I don't do Twitter. But lots of my friends do. Fuck Autism Speaks. I'm not pushing anyone to do the #Notmssing thing. But I do believe it is vital to send Autism Speaks the crucial message that autism is not a "thieving disease to be eradicated" because IT IS OUR BRAINS. WE are autism. We are born with a different operating system that doesn't really comply with the standard. People laugh about meeting alien cultures with other ways of communication, and yet we are right here, a metaphor, and they not only turn away from us, they actively seek to erase us. So. No. Bad Autism Speaks. No. Stop it. Nobody is missing. We are right here. We are staring right at you, angry and sad. We have been here all along. We have been speaking out all along. You just haven't listened.

Also, hells no we're not ready to meet any alien cultures. Not if we keep trying to erase members of our own.



***
http://webcast.ucdavis.edu/llnd/467b5ad7?channelId=0abfe11894d742c7b159a535058c09ce&channelListId&mediaId=29f030d8c24a4b718c1c2936187278b8
(Nick Walker is awesome)
Autism as a neurocognitive variance. Indeed. It's a disability because it hinders how we interact with life all the time. But there is nothing wrong with us. It's just a rewiring of our brains before birth or at birth.
Like, with me. I was born a fetus. I was a 26-week-old fetus when I was "officially born". My developing brain didn't have time to pick and choose. It just grabbed whatever it could, crammed stuff in, got a random shiny new operating system that was able to work around all the dead white matter, and figured it was good enough because I still needed to finish growing into being a baby, you know? Like, "Fuck it, we'll deal with this brain damage later, just keep the body going, okay? Move it move it move it avoid the gaps in the dead parts, come over this way, this construction project is gonna take a few more months than planned, so we don't have time for sick days, guys. What's that OS? It looks kind of tangled. That's fine, it's shiny, build it in, hook it up, whatever. Hey! I told you guys to avoid the dead zones! Awww daaamn, somebody get a new team over there please? No workman's comp here, this is preterm, okay? Just go go go..."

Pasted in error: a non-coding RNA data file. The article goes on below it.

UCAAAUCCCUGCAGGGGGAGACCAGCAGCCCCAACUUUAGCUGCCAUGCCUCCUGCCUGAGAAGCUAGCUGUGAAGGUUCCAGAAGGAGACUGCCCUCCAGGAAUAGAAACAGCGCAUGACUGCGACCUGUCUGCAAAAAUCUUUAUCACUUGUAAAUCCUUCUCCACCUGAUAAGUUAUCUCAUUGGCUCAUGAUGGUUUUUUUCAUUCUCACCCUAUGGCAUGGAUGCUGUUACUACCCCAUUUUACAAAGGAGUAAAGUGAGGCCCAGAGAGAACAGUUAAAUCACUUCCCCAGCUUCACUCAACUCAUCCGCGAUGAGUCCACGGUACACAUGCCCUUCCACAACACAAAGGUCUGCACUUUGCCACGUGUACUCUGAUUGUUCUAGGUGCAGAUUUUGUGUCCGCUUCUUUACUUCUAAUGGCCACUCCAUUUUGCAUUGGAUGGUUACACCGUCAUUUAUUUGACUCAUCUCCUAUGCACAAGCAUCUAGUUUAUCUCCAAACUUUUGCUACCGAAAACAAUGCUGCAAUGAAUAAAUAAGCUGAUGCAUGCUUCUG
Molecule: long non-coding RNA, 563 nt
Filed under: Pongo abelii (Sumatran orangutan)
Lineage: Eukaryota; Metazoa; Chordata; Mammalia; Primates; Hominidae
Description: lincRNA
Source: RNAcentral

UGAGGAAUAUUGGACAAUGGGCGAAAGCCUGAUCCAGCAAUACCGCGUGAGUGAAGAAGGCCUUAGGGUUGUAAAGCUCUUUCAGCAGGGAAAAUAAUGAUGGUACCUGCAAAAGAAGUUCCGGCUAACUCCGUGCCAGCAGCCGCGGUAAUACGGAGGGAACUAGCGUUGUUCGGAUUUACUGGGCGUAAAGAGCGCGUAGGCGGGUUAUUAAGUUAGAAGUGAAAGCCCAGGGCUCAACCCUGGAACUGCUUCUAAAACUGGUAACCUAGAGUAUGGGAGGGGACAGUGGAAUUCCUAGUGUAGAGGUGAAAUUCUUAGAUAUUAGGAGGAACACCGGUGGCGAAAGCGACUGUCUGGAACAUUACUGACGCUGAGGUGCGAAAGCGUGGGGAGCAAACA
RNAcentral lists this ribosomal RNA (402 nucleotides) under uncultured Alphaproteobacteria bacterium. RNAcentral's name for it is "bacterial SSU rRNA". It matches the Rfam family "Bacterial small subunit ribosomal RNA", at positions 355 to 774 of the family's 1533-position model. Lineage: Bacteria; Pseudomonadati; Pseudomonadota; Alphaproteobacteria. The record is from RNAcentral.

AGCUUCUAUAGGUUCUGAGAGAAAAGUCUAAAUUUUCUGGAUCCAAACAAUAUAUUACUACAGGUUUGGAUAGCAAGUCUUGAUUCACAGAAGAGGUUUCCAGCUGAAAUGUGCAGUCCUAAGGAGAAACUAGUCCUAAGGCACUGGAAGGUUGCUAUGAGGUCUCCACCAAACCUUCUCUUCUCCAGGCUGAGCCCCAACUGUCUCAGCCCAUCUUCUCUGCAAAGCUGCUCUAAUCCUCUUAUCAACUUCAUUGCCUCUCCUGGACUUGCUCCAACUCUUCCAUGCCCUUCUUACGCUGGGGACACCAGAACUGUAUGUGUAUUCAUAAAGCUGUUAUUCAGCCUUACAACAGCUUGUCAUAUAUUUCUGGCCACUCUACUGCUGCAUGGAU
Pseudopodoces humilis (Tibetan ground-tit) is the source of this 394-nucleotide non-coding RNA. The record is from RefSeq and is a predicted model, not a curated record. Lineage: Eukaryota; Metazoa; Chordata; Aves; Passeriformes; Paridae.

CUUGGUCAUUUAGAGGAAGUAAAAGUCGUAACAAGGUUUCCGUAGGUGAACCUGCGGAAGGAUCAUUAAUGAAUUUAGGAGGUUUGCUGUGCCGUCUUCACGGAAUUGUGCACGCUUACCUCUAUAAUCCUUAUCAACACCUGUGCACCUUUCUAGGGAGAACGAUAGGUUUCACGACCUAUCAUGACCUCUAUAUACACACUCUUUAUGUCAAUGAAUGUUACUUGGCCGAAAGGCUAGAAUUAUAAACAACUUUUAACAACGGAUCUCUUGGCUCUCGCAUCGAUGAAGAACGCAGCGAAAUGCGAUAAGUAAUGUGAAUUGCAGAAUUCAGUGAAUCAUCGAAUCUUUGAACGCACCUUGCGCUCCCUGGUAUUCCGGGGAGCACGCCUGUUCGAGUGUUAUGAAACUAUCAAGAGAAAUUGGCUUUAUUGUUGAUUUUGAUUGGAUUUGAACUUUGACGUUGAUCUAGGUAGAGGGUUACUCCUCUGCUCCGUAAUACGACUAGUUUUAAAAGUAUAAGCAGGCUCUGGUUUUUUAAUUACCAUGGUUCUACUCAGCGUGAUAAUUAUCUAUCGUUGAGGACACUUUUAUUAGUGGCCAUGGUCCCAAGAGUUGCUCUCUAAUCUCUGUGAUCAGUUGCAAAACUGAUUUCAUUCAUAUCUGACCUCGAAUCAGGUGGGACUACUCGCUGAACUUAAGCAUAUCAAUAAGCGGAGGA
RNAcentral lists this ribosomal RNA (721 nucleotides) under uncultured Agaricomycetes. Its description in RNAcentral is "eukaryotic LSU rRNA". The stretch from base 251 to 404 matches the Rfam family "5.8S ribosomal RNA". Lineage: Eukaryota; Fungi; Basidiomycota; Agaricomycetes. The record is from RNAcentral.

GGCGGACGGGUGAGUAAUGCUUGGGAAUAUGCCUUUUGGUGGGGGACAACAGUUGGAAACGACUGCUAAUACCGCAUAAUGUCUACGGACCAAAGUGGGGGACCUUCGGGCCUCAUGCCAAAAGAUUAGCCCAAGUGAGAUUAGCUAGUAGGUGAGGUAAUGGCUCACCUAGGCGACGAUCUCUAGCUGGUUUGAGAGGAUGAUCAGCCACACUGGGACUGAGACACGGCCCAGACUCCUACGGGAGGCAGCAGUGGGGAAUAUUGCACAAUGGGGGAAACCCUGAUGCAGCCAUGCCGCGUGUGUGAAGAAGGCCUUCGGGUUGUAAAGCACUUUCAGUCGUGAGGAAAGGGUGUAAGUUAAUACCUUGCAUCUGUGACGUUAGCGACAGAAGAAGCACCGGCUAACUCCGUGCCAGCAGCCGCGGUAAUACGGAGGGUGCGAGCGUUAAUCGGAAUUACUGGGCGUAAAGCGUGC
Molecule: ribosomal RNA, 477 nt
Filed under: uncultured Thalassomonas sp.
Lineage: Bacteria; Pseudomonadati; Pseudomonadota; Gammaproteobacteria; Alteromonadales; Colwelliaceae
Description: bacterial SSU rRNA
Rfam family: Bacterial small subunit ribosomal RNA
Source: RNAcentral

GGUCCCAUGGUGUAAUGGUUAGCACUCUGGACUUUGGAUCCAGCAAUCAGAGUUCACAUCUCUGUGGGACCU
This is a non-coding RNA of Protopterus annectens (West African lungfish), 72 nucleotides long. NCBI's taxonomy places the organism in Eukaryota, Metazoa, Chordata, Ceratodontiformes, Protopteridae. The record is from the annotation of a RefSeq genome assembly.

And that's where I got my brain.
So, dear allistic and neuro-typical assholes who question my right to exist, who insist that kids like me are missing, stolen, lost, forever silent: Fuck off. My brain worked hard to be itself, and just because my OS isn't yours doesn't make me lesser.
brightrosefox: (Default)
Comments on an article about "bone broth" becoming a hipster trend:

"Congratulations, hip white trendoids with a penchant for fad diets and nutritional woo: you have discovered soup. Well done."
"Isn't that what "stock" is? Like beef stock, chicken stock... You know boiled animal parts you season and make soup with?"
"Yes, but we can't call it that, or the white hipsters can't Columbus it."
"But the real question is "what did they think soup was made of before this?"
"Everything delicious will be discovered and given magical toxin-curing properties, and then will be priced out of range of the people who actually normally eat it."
"I really can't with this nonsense. One would think with the whole "slow food" aspect of hipster eating trends that they MIGHT ACTUALLY BOTHER TO LEARN WHAT FLAVORS THEIR FOOD"
"Bwahahahahaha. Bone broth."
"Yes, because "soup bones" didn't exist as a term or a thing before now."
"The best thing I ever saw from a bone broth aficionado/hipster-in-all-manners-of-food-fads was a post on Facebook with a picture of her bone broth saying, "I know this is going to cure the flu I came down with this week! If you get the flu, try bone broth!" I was like, "Oh, how novel! Except this sounds like the advice my grandmother gave me 30 years ago to try some homemade chicken soup (with broth made from, you know, chicken carcass) when I was sick. NOVEL AS HELL."
"Columbusing has gone so far, white people are starting to Columbus WHITE THINGS."